- 1858 - Pirate manager Bill “Wattie” Watkins was born in Brantford, Ontario. In 1898, Watkins was hired as the manager of the Pirates and his club finished in eighth place (out of twelve teams) with a 72–76 record. Watkins returned in 1899 but resigned in May after the team began the season with a 7-15 record. He was known as a strict disciplinarian in an era of free spirits and was also among the first skippers to give signs to hitters from the bench.
- 1891 - Talk about your bad inning in Chicago: LF Pete Browning bunted into a triple play in the top of the sixth frame and then booted a ball to allow the game’s only run in the bottom half as Pittsburgh lost to the Chicago Colts 1-0. Ed Stein, who tossed a two hitter, took the decision over Pud Galvin, who surrendered six knocks. As the Pittsburg Press wryly noted of the Pirate hitters: “Sluggers who don’t slug...will rarely win victories.”
|Jack was little feisty...1895 Mayo Chew|
- 1894 - Beanballs go back a long way. Per the Pittsburg Press: “In the fifth (St. Louis P Pink) Hawley acted as though he were trying to hit (Pirates SS Jack) Glasscock with a pitched ball. Two (pitches) came dangerously close to Jack’s chin and when the third went under his head the shortstop said ‘I’ll throw my bat if you do that again.’ Hawley put the fourth in the same spot and to the surprise of everyone Glasscock sailed his stick toward the pitcher’s box. Hawley got out of the way but did not run when Glasscock rushed up. The men did not come together, however, as (Pirates Captain Patsy) Donovan promptly parted them and restored order. Glasscock was fined $10 for the act.” The article went on to add that “The governor was not asked to order out the militia, but Umpire McQuaid could not have preserved order at Exposition Park had it not been for the timely assistance of Captain Donovan.” The game was as exciting as the sideshow. It was tied 5-5 in the ninth when Donovan made a diving catch in right to close the frame and save a run, then the Pirates won it in their half when Glasscock’s two-out knock scored Patsy from second. Gotta love karma!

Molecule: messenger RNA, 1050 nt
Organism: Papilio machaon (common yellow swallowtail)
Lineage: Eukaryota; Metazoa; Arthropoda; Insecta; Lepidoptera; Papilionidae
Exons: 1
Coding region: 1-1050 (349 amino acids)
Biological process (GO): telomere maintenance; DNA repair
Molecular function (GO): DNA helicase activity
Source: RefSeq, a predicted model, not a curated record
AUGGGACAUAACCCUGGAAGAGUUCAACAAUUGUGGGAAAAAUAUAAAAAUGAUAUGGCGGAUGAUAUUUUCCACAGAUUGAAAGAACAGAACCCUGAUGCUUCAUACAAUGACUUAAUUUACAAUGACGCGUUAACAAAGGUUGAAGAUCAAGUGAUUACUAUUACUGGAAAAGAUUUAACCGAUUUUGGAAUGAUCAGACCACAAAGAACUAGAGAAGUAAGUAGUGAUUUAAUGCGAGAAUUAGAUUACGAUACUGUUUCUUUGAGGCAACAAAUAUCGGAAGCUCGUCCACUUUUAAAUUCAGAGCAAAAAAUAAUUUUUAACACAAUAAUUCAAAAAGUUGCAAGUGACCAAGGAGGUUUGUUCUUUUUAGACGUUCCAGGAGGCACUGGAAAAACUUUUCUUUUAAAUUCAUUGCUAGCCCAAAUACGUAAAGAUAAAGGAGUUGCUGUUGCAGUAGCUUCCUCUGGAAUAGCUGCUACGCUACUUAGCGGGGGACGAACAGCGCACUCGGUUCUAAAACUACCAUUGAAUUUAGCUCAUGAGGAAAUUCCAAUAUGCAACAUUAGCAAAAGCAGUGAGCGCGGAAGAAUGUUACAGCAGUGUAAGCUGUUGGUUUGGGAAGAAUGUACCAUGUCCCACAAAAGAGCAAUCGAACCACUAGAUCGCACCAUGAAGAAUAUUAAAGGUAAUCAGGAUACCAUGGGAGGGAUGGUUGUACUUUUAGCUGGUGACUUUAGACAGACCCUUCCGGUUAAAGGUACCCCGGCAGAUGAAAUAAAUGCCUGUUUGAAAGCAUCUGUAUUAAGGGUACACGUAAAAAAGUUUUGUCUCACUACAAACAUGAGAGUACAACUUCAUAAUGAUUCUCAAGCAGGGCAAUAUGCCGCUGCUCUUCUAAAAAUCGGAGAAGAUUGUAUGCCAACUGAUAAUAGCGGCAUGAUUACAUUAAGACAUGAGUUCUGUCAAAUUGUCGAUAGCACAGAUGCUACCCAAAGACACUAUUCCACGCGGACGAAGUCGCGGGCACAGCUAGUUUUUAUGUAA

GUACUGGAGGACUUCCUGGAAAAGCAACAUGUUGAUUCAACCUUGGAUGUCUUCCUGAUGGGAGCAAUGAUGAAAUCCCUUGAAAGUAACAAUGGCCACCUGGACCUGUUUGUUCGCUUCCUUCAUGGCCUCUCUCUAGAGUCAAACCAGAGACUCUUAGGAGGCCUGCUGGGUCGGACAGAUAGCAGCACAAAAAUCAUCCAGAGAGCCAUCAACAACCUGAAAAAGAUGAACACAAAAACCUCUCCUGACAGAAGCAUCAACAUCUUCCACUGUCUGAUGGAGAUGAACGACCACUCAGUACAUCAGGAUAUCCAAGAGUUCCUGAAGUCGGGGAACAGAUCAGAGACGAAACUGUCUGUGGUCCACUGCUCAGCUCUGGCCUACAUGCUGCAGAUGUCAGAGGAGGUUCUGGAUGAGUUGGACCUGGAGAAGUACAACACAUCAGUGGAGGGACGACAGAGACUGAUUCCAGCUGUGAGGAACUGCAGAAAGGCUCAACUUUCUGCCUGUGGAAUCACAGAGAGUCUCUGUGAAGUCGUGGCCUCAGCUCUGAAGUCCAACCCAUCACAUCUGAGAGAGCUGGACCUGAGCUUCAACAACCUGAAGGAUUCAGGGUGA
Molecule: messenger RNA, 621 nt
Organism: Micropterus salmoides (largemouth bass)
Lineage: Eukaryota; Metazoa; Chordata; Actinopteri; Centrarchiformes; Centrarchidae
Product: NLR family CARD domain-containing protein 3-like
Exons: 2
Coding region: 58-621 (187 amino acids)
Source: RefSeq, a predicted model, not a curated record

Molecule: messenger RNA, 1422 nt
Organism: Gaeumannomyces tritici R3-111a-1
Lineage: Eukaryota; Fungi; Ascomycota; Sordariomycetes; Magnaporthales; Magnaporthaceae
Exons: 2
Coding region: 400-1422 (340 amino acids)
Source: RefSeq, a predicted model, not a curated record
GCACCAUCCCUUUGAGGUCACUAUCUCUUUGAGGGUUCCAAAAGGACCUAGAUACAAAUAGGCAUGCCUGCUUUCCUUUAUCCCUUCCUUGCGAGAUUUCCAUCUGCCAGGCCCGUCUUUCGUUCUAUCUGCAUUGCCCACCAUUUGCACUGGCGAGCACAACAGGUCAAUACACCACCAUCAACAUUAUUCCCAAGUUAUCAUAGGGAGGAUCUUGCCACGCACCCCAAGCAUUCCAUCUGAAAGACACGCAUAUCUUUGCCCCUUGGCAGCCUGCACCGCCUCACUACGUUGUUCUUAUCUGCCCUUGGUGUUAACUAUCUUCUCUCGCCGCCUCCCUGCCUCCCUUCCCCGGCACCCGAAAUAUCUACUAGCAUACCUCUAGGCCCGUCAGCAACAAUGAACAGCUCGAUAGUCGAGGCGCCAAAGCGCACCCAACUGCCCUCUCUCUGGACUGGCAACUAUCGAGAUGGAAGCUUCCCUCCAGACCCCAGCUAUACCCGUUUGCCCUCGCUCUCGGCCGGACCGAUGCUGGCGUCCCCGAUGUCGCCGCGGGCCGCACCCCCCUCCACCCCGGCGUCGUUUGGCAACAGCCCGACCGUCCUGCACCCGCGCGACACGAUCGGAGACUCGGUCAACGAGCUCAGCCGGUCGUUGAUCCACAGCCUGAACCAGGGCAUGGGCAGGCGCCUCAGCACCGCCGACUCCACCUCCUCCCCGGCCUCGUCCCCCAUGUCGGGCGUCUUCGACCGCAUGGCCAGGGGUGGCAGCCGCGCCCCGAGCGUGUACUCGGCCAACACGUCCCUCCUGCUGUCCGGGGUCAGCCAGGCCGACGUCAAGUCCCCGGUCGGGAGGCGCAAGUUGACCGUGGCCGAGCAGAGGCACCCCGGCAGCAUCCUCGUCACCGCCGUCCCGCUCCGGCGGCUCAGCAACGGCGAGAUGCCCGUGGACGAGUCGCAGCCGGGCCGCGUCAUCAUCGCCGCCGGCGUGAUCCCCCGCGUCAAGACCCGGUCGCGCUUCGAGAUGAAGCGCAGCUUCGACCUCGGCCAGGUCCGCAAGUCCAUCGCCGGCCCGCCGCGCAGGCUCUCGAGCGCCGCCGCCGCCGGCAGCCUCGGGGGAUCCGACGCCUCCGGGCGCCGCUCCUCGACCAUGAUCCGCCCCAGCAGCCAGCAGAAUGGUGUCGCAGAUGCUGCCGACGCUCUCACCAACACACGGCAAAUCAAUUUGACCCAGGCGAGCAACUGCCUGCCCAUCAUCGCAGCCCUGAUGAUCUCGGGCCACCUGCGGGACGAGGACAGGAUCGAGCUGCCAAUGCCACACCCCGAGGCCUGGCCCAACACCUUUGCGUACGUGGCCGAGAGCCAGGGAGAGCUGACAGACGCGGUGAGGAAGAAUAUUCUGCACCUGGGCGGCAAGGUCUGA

- 1929 - The Boston Braves played their first Sunday home game in history. Apparently they still considered it a day of rest as they lost to Pirates, 7-2, before 35,000 fans. P Burleigh Grimes aided his own cause by starting a third inning triple play. Five Bucs had a pair of knocks each, and the Waner brothers, Paul and Lloyd, each tripled at Braves Field.
|Jose Pagan 1971 Topps|
- 1935 - Pirate infielder Jose Pagan was born in Barceloneta, Puerto Rico. After spending seven years with the Giants, the infielder played in Pittsburgh for the next eight seasons (1965-72). He was used in every position but pitcher and center field during his time here and hit .263 as the Bucs super-sub. Pagan played four games in the 1971 series and doubled home Willie Stargell with the eventual winning run in the eighth inning of game #7.
- 1941 - IF Tommy Helms was born in Charlotte, North Carolina. Helms spent 1976 and a bit of 1977 in Pittsburgh (.242 BA as a utilityman) as part of his 14-year MLB resume. The Pirates got him from Houston for Art Howe, sold him to Oakland a year later, got him back four months after that in the Phil Garner megadeal, then released him in June. He finished the 1977 campaign with Boston to conclude his major league stay. He coached and managed for the Reds briefly, leaving the organization after feuding with owner Marge Schott.
- 1946 - The Bucs took two from the first place Brooklyn Dodgers, 5-4, in eleven innings and 4-3 in a six-inning game shortened by the Sunday curfew. The game drew an overflow crowd of 37,953. The SRO folk were on the field behind ropes, and the teams combined for nine ground rule doubles that ended up in the sea of unseated fans at Forbes Field. Jack Hallett won the opener and Preacher Roe took the nightcap. Billy Cox had the hot stick, with four hits, including a pair of two baggers, and three RBI over the course of the afternoon.